H. Rider Haggard, King Solomon's Mines (1885) and Allan Quatermain (1887) (DB)

8. How did Bevis Grow Ten Years in 58 days?
Richard Jefferies, Bevis (1888) (PH)

9. How Much Gold Was in Pevensey Castle?
Rudyard Kipling, Puck of Pook's Hill (1906), Rewards and Fairies (1908) (PH)

10. Would Bobbie's Train Have Stopped in Time?
E. Nesbit, The Railway Children (1906) (PH)

11. Did Isabel Archer Meet Mr Toad?
Kenneth Grahame, The Wind in the Willows (1908) (PH)

12. How Did Mary Get to Misslethwaite Manor?
Frances Hodgson Burnett, The Secret Garden (1911) (PH)

13. Did Beatrix Potter Really Suffer from 'Flu?
The Tale of Mr Tod (1912) (DB)

14. Why Did Wilfred Owen Change 'The Little Mermaid'?
(1912) (DB)

15. How Many Adults Are There in Winnie-the-Pooh?
Winnie-the-Pooh (1926) and The House at Pooh Corner (1928) (PH)

16. The Strange Disappearance of Europe: Why Didn't Children's Books Notice the Approach of Two World Wars? (PH)

17. How Old was the Great Aunt?
Arthur Ransome, Swallowdale (1931), The Picts and the Martyrs (1943) (PH)

18. Did John Masefield ever Meet Hitler or Stalin?
The Box of Delights (1936) (DB)

19. How Well Did George Orwell Really Know Billy Bunter?
'Boys' Weeklies', Horizon, 1940

20. Some Questions of Authorship
A. L. O. E., Mrs Herbert Strang, Dynely James and others (DB)

21. Exactly How Big Was the Little House in the Big Woods?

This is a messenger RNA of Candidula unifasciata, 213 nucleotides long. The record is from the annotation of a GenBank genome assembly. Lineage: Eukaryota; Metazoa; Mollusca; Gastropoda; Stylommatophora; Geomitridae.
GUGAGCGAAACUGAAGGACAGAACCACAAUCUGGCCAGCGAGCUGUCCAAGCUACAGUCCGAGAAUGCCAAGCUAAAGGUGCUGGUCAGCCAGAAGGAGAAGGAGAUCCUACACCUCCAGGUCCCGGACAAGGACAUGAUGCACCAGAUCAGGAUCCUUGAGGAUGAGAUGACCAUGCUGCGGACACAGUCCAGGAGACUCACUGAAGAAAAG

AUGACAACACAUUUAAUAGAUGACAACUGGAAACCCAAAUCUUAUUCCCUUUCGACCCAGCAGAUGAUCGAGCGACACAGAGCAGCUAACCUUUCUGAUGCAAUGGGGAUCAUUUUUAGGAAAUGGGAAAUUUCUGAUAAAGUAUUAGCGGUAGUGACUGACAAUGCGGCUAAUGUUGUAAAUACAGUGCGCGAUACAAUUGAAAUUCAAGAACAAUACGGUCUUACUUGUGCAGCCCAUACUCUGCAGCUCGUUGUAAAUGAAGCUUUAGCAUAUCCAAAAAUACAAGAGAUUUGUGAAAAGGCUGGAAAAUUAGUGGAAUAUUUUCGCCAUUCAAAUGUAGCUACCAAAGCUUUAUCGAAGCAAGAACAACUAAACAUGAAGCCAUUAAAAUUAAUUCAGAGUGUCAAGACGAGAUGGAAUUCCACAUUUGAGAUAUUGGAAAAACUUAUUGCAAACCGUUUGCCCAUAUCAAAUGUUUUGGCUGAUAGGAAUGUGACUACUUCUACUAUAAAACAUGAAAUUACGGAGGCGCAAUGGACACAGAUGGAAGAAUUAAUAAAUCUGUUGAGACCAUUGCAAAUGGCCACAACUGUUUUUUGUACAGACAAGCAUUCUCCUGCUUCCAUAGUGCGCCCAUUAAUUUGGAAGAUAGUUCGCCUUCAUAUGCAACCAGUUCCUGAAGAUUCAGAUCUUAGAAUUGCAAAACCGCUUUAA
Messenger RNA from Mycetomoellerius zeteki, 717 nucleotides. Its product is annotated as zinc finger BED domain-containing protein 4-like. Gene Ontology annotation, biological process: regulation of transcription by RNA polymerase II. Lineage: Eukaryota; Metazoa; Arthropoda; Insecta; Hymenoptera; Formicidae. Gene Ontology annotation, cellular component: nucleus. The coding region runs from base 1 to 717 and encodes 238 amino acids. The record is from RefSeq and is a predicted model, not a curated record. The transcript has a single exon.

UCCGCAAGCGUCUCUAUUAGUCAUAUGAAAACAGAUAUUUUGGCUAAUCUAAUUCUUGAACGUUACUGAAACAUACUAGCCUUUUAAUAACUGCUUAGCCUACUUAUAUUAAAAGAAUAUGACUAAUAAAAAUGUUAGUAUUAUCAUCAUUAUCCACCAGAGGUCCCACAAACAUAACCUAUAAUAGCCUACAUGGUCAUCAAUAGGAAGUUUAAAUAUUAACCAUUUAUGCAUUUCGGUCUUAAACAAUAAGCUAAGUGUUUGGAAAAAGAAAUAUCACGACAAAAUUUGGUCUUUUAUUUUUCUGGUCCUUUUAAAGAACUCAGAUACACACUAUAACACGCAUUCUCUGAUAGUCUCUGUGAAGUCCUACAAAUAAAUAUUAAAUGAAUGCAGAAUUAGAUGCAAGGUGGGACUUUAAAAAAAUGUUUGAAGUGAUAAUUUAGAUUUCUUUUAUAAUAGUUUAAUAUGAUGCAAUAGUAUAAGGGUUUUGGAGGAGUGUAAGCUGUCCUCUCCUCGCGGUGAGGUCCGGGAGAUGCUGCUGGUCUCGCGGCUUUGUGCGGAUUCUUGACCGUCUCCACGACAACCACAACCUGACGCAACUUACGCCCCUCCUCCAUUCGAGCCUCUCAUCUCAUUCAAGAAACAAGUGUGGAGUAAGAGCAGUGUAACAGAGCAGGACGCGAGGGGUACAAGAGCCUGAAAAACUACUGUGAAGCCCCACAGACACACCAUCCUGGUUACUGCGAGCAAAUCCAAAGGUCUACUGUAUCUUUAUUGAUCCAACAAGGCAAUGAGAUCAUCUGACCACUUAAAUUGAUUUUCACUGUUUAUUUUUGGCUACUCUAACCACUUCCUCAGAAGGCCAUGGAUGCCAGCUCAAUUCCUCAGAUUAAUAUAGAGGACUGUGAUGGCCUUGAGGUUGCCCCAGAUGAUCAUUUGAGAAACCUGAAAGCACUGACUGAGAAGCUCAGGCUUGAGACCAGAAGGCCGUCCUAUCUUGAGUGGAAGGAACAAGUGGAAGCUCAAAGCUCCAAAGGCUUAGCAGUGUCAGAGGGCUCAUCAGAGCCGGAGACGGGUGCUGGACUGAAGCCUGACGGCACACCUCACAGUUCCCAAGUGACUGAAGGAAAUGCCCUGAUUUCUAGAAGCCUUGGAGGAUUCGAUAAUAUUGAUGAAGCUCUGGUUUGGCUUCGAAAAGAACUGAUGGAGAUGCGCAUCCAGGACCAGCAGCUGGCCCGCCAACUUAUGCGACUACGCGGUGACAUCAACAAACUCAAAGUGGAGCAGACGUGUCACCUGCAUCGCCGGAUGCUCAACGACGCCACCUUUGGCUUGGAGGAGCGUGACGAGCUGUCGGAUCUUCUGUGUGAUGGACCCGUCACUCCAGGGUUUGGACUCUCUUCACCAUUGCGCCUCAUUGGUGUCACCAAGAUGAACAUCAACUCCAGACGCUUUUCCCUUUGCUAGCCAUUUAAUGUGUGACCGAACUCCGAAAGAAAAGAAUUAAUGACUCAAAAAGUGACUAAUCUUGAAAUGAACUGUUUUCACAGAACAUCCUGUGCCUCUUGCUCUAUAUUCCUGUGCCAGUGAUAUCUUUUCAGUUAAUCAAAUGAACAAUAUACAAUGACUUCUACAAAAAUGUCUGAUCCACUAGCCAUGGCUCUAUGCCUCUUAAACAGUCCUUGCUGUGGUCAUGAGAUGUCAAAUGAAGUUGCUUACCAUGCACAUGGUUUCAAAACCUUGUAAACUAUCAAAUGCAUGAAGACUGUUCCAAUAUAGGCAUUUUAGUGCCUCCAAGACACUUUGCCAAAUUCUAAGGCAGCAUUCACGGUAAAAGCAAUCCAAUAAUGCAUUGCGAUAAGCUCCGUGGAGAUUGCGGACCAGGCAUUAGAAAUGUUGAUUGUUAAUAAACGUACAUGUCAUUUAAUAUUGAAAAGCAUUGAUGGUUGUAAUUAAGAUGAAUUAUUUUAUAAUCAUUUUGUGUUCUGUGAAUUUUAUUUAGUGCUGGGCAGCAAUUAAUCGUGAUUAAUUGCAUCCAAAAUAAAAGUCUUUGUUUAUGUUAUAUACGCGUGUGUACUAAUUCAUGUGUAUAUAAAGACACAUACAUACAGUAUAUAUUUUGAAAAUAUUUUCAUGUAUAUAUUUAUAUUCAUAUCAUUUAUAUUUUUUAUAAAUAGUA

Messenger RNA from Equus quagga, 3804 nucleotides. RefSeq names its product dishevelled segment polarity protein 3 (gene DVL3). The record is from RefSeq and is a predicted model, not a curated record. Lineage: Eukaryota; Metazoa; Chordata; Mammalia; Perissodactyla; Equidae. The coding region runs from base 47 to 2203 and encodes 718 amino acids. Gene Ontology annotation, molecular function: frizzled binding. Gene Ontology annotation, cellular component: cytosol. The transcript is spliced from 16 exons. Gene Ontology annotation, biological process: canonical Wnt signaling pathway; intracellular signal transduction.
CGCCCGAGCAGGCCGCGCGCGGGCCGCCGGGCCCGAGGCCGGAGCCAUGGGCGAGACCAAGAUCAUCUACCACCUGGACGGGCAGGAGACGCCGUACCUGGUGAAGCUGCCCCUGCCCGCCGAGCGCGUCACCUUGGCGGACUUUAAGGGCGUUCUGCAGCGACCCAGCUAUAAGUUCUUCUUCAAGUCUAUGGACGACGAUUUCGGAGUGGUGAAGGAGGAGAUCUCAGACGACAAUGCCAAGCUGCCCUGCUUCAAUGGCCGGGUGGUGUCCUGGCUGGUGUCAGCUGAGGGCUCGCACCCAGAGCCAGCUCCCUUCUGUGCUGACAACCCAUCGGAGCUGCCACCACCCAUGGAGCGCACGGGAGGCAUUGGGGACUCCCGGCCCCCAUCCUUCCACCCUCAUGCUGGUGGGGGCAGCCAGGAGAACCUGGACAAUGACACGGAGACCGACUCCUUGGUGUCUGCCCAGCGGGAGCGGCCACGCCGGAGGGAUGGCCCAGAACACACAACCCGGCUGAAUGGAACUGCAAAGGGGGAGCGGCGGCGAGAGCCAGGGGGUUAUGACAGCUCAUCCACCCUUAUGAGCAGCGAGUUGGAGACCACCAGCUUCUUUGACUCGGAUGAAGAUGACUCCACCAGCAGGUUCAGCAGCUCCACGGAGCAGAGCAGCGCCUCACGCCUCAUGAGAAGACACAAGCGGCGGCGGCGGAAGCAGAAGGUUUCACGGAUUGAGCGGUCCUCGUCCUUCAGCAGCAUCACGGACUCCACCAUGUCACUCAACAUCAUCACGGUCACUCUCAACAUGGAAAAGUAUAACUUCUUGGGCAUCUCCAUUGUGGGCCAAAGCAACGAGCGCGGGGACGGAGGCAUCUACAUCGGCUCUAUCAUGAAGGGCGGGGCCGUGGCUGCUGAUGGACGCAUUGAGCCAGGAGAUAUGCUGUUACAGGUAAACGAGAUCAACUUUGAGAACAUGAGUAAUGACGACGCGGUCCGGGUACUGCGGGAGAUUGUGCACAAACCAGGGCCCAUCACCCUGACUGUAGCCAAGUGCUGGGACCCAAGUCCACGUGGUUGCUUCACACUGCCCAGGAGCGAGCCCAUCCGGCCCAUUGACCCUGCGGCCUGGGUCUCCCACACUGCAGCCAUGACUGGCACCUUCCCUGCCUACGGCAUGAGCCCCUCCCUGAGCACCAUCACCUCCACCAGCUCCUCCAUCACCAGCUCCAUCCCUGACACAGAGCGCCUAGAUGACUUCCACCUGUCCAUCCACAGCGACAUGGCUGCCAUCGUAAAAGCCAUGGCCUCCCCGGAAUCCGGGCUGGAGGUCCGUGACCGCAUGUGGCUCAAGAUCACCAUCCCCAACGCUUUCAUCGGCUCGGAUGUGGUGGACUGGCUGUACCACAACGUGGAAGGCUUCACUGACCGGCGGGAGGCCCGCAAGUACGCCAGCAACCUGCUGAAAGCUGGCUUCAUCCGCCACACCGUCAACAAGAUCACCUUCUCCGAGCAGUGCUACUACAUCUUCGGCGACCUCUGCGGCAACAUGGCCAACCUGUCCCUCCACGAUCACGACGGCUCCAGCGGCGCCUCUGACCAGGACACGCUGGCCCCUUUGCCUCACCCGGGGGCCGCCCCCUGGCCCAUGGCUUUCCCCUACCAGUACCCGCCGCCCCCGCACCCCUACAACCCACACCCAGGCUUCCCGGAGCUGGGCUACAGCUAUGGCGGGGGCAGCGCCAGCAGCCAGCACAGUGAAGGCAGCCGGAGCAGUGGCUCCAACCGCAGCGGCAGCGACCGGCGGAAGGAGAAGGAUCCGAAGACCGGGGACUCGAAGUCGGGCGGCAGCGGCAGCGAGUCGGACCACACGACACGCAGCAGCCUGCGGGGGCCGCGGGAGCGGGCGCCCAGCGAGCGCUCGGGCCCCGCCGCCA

Laura Ingalls Wilder, 'Little House' Series (1932-1971) (DB)

22. Did Jennings Ever Grow Up or Learn Anything?
Anthony Buckeridge, Jennings Goes to School (1950) (DB)

23. Skating on Thin Ice: the Problems of Time in Tom's Midnight Garden.
Philippa Pearce (1958) (DB)

24. Does Anyone Really Write for Children? Lewis Carroll, J. M. Barrie, Beatrix Potter, Kenneth Grahame, Arthur Ransome, Enid Blyton, Roald Dahl… (PH)

25. Did the Line Really Hold?
Alan Garner, The Stone Book Quartet (1976-8) (PH)

26. The Mayne Incident: Do Writers for Children Have to be Nicer than Other Writers?
William Mayne (PH)

27. Who is Killing Cock-Robin? The Mysterious Death of the Children's Book (PH)

Reviews & Quotes

"‘The book takes a look at unanswered mysteries in the nation’s favourite children’s books, posing questions like whether Bobbie’s train in The Railway Children could really have stopped in time?’"
Caroline Cook
Reading Post (1st January 2014 )